Push Back: These systems increase storage density, allowing you to fully utilize your available warehouse space. Push back rack also offers the ability to increase pallet count without sacrificing selectivity, making it an increasingly popular storage option. This type of pallet rack system often requires a higher initial investment, but can quickly pay for itself by increasing efficiency.
Drive-In: Drive-in racking tops the list in terms of storage density. This system eliminates aisles, maximizing warehouse cube utilization. Drive-In systems can even increase your warehouse space by up to 60%. Drive-in systems are not designed for every application, however. Because they’re a first-in, last-out system, they’re typically only suited for inventory that moves in large quantities and isn’t time-sensitive. Products may sit idle in a bay of drive-in racking for extended periods, and poor utilization of the racking results in the “honeycombing” effect, wherein only 40-60% of the racking is occupied.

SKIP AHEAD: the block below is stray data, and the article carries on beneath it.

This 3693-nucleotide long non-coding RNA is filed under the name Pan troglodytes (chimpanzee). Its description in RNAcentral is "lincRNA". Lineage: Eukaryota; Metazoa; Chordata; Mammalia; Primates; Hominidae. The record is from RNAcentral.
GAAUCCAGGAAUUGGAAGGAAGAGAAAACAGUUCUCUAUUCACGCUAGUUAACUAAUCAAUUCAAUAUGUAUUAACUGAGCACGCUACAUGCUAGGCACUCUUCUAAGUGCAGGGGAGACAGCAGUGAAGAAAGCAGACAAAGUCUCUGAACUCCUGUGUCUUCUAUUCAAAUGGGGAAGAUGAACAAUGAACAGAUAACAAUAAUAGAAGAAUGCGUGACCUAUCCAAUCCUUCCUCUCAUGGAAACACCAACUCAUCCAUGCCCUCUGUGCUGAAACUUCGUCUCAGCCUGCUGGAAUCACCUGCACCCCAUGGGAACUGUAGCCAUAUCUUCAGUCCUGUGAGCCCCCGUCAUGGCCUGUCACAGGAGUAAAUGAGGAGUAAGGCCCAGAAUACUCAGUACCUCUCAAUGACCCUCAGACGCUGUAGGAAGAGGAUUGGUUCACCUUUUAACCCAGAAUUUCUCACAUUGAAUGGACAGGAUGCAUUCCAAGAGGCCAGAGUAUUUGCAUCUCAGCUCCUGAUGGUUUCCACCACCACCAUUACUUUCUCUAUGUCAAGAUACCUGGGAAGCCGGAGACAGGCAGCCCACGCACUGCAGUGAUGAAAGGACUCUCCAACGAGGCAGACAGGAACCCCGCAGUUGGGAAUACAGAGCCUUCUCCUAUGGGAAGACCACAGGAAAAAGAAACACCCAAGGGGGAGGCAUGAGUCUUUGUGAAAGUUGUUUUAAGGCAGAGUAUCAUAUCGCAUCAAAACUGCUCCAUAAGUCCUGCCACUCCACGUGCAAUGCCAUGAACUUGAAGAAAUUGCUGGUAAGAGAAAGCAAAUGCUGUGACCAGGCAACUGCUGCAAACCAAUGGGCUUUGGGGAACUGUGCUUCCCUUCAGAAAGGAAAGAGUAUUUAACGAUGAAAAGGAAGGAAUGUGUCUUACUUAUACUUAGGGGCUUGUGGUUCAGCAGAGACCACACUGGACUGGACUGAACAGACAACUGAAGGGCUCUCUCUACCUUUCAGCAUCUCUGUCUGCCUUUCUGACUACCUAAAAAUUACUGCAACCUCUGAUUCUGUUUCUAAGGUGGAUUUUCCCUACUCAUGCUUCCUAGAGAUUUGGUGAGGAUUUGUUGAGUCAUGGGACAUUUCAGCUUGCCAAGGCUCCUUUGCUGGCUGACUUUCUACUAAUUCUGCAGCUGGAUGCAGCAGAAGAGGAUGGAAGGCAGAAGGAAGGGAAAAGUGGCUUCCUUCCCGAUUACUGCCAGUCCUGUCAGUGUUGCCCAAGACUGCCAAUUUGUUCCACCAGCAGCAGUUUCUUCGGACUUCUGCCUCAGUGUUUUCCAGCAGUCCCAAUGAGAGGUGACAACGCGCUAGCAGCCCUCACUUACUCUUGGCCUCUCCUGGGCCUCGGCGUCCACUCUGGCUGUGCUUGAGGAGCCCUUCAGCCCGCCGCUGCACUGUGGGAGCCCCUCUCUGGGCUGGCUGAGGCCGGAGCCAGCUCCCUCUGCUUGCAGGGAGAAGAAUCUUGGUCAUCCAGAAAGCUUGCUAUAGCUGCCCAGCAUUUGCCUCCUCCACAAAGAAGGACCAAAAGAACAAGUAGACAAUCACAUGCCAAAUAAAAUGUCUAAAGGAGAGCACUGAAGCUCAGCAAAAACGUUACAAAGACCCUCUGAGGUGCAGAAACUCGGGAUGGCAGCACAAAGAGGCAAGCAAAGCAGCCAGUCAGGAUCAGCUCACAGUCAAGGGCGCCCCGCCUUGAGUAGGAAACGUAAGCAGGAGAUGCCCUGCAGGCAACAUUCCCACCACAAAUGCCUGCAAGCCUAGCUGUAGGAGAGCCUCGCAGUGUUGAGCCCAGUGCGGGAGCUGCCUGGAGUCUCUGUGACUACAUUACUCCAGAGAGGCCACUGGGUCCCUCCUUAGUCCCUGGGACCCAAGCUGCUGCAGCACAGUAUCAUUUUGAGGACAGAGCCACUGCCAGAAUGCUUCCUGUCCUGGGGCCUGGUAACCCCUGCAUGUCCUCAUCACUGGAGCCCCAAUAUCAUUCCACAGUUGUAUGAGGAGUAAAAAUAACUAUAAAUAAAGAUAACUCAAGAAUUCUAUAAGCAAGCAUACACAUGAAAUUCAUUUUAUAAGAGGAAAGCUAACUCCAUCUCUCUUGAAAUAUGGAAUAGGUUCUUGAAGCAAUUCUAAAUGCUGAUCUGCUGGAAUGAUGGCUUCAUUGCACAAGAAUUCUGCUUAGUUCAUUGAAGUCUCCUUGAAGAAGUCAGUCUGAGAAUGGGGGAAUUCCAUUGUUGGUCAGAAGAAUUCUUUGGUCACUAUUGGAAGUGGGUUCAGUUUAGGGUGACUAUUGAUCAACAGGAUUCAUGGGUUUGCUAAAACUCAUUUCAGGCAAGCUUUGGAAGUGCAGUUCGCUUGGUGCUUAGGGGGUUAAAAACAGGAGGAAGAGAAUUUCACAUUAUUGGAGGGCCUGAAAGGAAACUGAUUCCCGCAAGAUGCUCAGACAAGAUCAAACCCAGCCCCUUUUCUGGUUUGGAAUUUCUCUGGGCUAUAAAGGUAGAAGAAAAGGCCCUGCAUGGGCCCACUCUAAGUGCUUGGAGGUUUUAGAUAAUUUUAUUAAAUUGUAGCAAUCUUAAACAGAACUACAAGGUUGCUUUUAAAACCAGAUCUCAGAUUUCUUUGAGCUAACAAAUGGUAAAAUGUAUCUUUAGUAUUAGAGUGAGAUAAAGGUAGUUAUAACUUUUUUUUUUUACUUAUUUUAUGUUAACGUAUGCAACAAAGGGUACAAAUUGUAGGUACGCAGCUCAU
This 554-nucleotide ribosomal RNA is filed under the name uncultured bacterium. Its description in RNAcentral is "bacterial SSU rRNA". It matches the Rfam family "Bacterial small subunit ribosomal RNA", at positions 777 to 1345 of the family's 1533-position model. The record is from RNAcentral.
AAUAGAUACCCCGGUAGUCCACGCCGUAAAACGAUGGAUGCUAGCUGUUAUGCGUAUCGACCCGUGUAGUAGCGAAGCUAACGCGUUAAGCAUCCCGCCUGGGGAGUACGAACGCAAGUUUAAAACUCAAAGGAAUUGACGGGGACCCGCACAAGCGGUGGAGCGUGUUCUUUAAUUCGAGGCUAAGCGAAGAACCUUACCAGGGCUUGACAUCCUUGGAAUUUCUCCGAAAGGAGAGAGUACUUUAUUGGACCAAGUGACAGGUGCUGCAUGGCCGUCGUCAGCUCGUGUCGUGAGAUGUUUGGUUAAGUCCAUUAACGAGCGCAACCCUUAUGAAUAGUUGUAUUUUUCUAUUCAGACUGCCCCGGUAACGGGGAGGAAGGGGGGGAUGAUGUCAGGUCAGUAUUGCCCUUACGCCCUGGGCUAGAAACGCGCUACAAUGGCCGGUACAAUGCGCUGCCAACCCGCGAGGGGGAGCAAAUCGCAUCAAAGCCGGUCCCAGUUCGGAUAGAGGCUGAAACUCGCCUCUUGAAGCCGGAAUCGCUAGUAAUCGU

Pallet Flow: Also known as “gravity flow,” this system uses metal rollers and the force of gravity to move pallets through the system. Pallet flow works in a first-in, first-out sequence, and is engineered to meet the individual application’s needs. Pallet flow is most often used as a first-in, first-out rack system.
Carton Flow: Commonly known by the name “Span Track,” carton flow rack is designed to increase productivity and create an overall safer warehouse. This system also uses metal or plastic rollers with gravity to create the pick face. Carton flow is often found for high-volume products that are being picked daily. As its name suggests, carton flow rack is normally used for cartons and cases, as opposed to a palletized product.
Cantilever Rack: Cantilever systems store things like lumber, steel, and items that are too long/awkward to fit on pallets. This system stores these items in long continuous runs, which keeps vertical uprights from interfering with the placement of the product on the shelf.